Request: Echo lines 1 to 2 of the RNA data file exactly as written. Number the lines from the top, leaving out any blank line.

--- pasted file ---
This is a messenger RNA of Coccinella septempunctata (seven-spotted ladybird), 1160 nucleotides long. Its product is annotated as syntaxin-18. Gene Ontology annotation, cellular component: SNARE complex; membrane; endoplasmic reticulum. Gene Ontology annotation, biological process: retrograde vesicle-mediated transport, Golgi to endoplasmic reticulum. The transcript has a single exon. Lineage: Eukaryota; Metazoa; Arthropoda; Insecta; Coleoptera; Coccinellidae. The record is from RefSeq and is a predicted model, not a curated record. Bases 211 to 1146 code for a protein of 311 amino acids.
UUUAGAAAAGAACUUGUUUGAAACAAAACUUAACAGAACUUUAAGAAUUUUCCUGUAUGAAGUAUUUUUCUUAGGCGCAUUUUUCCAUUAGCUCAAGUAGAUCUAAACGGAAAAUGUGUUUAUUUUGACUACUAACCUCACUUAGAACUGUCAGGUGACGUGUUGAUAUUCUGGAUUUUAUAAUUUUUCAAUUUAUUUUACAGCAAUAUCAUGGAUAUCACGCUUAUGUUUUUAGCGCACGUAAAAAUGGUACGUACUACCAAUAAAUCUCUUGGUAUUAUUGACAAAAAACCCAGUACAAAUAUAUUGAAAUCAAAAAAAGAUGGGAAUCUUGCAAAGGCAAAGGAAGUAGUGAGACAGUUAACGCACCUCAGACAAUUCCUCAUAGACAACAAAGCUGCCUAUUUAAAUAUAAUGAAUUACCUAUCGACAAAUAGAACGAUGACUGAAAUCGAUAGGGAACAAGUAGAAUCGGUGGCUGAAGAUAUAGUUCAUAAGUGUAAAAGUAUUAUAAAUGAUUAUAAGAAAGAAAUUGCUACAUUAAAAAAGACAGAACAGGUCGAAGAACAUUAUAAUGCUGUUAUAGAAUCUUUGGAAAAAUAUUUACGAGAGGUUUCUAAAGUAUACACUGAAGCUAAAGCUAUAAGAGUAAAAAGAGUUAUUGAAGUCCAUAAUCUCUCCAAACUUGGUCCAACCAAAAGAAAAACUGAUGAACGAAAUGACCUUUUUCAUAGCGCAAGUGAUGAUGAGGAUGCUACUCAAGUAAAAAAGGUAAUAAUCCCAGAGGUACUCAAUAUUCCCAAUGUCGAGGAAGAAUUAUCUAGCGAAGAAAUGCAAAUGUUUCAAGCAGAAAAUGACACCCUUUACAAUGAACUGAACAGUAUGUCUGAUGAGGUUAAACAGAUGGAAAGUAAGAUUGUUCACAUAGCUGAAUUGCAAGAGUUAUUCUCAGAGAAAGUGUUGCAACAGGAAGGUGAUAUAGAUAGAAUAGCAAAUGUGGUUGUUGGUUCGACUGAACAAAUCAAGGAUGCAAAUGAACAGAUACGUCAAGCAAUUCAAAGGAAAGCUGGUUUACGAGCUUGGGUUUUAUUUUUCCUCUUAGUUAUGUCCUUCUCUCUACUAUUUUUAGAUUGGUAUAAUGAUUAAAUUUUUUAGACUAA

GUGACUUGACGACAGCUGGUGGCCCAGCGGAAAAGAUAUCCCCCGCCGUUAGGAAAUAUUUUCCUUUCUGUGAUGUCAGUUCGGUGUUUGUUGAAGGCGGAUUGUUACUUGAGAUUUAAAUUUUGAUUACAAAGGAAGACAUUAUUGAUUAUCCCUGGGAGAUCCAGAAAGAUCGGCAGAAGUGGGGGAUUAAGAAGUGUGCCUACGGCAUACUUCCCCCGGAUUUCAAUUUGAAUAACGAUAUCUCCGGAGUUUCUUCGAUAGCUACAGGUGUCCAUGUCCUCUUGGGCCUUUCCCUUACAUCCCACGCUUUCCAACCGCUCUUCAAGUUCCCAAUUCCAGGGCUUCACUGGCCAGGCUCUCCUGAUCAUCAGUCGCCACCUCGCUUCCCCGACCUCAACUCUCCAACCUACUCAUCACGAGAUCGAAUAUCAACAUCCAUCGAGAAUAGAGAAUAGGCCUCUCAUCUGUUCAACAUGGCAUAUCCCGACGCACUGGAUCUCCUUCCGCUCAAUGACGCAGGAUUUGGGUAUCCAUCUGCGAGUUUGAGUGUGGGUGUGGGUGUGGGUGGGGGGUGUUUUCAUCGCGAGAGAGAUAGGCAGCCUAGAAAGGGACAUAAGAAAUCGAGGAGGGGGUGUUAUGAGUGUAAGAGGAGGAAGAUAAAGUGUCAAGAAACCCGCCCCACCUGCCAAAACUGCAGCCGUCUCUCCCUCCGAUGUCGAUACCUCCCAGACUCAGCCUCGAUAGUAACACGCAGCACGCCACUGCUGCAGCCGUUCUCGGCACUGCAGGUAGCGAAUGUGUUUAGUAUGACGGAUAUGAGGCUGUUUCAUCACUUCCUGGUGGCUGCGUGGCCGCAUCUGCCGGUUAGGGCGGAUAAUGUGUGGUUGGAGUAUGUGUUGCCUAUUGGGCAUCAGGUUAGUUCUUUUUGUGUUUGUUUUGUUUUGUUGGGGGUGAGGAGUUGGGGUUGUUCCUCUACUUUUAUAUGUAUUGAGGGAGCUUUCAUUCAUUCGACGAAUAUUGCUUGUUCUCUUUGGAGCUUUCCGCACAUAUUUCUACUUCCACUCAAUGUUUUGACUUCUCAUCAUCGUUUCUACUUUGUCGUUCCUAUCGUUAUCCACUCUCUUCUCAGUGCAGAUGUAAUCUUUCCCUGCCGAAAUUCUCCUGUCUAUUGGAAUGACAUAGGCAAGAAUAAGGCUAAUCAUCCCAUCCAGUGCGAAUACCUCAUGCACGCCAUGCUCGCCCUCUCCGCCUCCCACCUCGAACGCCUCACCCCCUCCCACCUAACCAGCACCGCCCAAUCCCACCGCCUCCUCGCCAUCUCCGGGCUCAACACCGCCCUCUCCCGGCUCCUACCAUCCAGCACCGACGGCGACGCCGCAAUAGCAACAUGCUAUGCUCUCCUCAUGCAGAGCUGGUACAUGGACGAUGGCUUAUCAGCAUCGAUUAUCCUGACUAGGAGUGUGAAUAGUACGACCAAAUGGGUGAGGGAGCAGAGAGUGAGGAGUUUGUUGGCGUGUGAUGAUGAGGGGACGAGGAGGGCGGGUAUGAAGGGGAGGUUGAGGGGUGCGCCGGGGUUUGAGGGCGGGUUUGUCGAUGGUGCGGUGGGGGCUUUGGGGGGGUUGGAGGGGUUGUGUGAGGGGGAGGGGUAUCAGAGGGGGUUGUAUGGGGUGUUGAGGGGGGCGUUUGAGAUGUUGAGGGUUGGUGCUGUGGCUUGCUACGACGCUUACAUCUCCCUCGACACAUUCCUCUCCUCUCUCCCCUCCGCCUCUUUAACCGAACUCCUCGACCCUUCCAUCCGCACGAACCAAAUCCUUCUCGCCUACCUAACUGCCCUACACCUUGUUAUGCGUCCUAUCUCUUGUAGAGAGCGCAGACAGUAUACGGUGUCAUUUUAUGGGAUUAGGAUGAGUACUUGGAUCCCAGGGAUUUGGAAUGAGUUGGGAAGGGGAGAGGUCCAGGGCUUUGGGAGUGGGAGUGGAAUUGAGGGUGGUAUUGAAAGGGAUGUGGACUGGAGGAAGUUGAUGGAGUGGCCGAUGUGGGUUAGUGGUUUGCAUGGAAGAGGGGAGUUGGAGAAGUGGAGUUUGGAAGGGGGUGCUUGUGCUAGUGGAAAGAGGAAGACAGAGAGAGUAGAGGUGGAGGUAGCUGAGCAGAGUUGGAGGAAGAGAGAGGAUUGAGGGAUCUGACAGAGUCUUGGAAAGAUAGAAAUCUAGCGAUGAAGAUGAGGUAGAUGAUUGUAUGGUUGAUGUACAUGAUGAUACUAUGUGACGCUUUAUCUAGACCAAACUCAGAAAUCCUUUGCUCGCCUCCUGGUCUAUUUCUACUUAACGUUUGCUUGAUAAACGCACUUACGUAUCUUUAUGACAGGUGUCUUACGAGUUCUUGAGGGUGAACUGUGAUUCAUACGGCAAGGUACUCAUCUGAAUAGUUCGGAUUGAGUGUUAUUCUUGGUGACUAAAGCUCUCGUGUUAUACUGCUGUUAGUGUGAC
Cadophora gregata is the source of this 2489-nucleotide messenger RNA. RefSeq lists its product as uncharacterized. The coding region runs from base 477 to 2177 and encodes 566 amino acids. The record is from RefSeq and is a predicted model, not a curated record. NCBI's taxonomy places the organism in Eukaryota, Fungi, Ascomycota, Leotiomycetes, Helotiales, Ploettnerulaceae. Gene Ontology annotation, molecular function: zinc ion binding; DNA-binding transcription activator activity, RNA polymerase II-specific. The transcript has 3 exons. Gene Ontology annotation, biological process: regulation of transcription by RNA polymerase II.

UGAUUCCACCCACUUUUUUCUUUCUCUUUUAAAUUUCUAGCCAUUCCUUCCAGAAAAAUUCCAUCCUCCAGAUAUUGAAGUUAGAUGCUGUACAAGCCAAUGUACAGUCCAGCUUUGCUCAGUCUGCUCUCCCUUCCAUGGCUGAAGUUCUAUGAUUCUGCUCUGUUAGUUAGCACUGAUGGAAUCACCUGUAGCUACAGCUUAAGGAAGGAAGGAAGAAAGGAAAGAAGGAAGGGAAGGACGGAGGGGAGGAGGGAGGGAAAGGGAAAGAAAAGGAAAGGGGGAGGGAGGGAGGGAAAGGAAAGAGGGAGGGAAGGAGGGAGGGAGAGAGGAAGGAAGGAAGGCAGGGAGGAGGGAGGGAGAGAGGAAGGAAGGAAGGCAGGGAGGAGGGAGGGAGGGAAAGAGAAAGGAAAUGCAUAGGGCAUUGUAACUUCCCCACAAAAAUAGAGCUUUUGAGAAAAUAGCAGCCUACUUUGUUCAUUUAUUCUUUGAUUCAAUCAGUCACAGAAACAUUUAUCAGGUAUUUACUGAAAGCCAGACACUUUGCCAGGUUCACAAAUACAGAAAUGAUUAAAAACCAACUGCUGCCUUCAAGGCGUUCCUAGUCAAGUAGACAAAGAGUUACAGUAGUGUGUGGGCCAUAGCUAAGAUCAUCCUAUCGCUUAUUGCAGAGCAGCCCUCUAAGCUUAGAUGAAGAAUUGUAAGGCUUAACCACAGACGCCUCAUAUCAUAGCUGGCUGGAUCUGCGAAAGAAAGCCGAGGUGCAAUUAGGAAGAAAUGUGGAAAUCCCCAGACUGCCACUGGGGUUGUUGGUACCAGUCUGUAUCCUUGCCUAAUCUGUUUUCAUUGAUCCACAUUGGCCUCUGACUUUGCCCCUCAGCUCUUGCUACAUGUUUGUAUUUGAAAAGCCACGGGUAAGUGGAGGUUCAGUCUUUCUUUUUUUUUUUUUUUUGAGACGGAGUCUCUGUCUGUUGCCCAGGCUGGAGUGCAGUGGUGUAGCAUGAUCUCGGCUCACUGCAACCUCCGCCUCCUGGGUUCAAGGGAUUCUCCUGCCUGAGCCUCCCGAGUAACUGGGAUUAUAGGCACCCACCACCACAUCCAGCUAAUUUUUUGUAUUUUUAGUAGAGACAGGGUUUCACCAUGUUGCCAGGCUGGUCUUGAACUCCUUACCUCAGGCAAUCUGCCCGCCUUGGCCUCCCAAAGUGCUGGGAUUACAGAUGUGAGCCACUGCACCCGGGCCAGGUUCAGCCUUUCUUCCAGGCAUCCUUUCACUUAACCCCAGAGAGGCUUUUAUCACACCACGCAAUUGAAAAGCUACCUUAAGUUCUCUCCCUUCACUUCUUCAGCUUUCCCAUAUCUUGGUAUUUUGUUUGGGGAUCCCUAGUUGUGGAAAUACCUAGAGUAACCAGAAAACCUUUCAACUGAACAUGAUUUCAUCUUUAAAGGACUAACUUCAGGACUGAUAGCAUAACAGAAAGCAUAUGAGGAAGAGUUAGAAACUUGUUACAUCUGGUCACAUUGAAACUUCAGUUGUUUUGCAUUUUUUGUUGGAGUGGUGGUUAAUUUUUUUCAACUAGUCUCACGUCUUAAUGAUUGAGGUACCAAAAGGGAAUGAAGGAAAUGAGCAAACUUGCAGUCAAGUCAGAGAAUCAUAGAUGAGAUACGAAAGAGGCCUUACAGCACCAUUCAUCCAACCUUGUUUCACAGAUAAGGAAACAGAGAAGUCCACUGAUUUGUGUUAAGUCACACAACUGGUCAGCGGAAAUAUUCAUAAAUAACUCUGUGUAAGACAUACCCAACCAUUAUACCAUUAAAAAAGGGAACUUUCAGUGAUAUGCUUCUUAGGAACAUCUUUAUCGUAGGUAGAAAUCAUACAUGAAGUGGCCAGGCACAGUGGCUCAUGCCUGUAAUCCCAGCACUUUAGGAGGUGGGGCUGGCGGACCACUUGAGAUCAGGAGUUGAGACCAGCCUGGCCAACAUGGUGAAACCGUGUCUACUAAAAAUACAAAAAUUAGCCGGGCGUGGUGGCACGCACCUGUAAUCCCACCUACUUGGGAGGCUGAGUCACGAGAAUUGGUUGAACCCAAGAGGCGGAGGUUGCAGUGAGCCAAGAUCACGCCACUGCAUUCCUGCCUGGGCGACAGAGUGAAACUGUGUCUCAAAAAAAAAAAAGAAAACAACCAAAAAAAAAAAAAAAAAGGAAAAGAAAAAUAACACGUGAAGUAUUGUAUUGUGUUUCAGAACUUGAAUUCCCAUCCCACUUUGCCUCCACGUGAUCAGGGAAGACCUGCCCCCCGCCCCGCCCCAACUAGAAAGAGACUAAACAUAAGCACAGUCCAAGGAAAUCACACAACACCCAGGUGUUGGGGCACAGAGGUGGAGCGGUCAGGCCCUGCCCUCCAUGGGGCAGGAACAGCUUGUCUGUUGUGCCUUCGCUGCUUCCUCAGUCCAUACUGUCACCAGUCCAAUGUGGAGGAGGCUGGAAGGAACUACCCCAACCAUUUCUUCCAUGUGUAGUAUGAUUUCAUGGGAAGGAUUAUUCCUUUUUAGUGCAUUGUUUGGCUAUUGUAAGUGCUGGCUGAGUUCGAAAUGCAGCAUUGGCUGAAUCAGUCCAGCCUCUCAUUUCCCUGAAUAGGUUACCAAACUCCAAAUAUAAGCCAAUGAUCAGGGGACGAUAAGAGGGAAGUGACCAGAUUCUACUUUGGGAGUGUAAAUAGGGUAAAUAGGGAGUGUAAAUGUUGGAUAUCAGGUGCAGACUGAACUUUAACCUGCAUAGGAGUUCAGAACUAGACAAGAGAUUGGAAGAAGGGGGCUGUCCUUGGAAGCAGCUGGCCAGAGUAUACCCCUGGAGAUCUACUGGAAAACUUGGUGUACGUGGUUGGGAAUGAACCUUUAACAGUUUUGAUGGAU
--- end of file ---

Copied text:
This is a messenger RNA of Coccinella septempunctata (seven-spotted ladybird), 1160 nucleotides long. Its product is annotated as syntaxin-18. Gene Ontology annotation, cellular component: SNARE complex; membrane; endoplasmic reticulum. Gene Ontology annotation, biological process: retrograde vesicle-mediated transport, Golgi to endoplasmic reticulum. The transcript has a single exon. Lineage: Eukaryota; Metazoa; Arthropoda; Insecta; Coleoptera; Coccinellidae. The record is from RefSeq and is a predicted model, not a curated record. Bases 211 to 1146 code for a protein of 311 amino acids.
UUUAGAAAAGAACUUGUUUGAAACAAAACUUAACAGAACUUUAAGAAUUUUCCUGUAUGAAGUAUUUUUCUUAGGCGCAUUUUUCCAUUAGCUCAAGUAGAUCUAAACGGAAAAUGUGUUUAUUUUGACUACUAACCUCACUUAGAACUGUCAGGUGACGUGUUGAUAUUCUGGAUUUUAUAAUUUUUCAAUUUAUUUUACAGCAAUAUCAUGGAUAUCACGCUUAUGUUUUUAGCGCACGUAAAAAUGGUACGUACUACCAAUAAAUCUCUUGGUAUUAUUGACAAAAAACCCAGUACAAAUAUAUUGAAAUCAAAAAAAGAUGGGAAUCUUGCAAAGGCAAAGGAAGUAGUGAGACAGUUAACGCACCUCAGACAAUUCCUCAUAGACAACAAAGCUGCCUAUUUAAAUAUAAUGAAUUACCUAUCGACAAAUAGAACGAUGACUGAAAUCGAUAGGGAACAAGUAGAAUCGGUGGCUGAAGAUAUAGUUCAUAAGUGUAAAAGUAUUAUAAAUGAUUAUAAGAAAGAAAUUGCUACAUUAAAAAAGACAGAACAGGUCGAAGAACAUUAUAAUGCUGUUAUAGAAUCUUUGGAAAAAUAUUUACGAGAGGUUUCUAAAGUAUACACUGAAGCUAAAGCUAUAAGAGUAAAAAGAGUUAUUGAAGUCCAUAAUCUCUCCAAACUUGGUCCAACCAAAAGAAAAACUGAUGAACGAAAUGACCUUUUUCAUAGCGCAAGUGAUGAUGAGGAUGCUACUCAAGUAAAAAAGGUAAUAAUCCCAGAGGUACUCAAUAUUCCCAAUGUCGAGGAAGAAUUAUCUAGCGAAGAAAUGCAAAUGUUUCAAGCAGAAAAUGACACCCUUUACAAUGAACUGAACAGUAUGUCUGAUGAGGUUAAACAGAUGGAAAGUAAGAUUGUUCACAUAGCUGAAUUGCAAGAGUUAUUCUCAGAGAAAGUGUUGCAACAGGAAGGUGAUAUAGAUAGAAUAGCAAAUGUGGUUGUUGGUUCGACUGAACAAAUCAAGGAUGCAAAUGAACAGAUACGUCAAGCAAUUCAAAGGAAAGCUGGUUUACGAGCUUGGGUUUUAUUUUUCCUCUUAGUUAUGUCCUUCUCUCUACUAUUUUUAGAUUGGUAUAAUGAUUAAAUUUUUUAGACUAA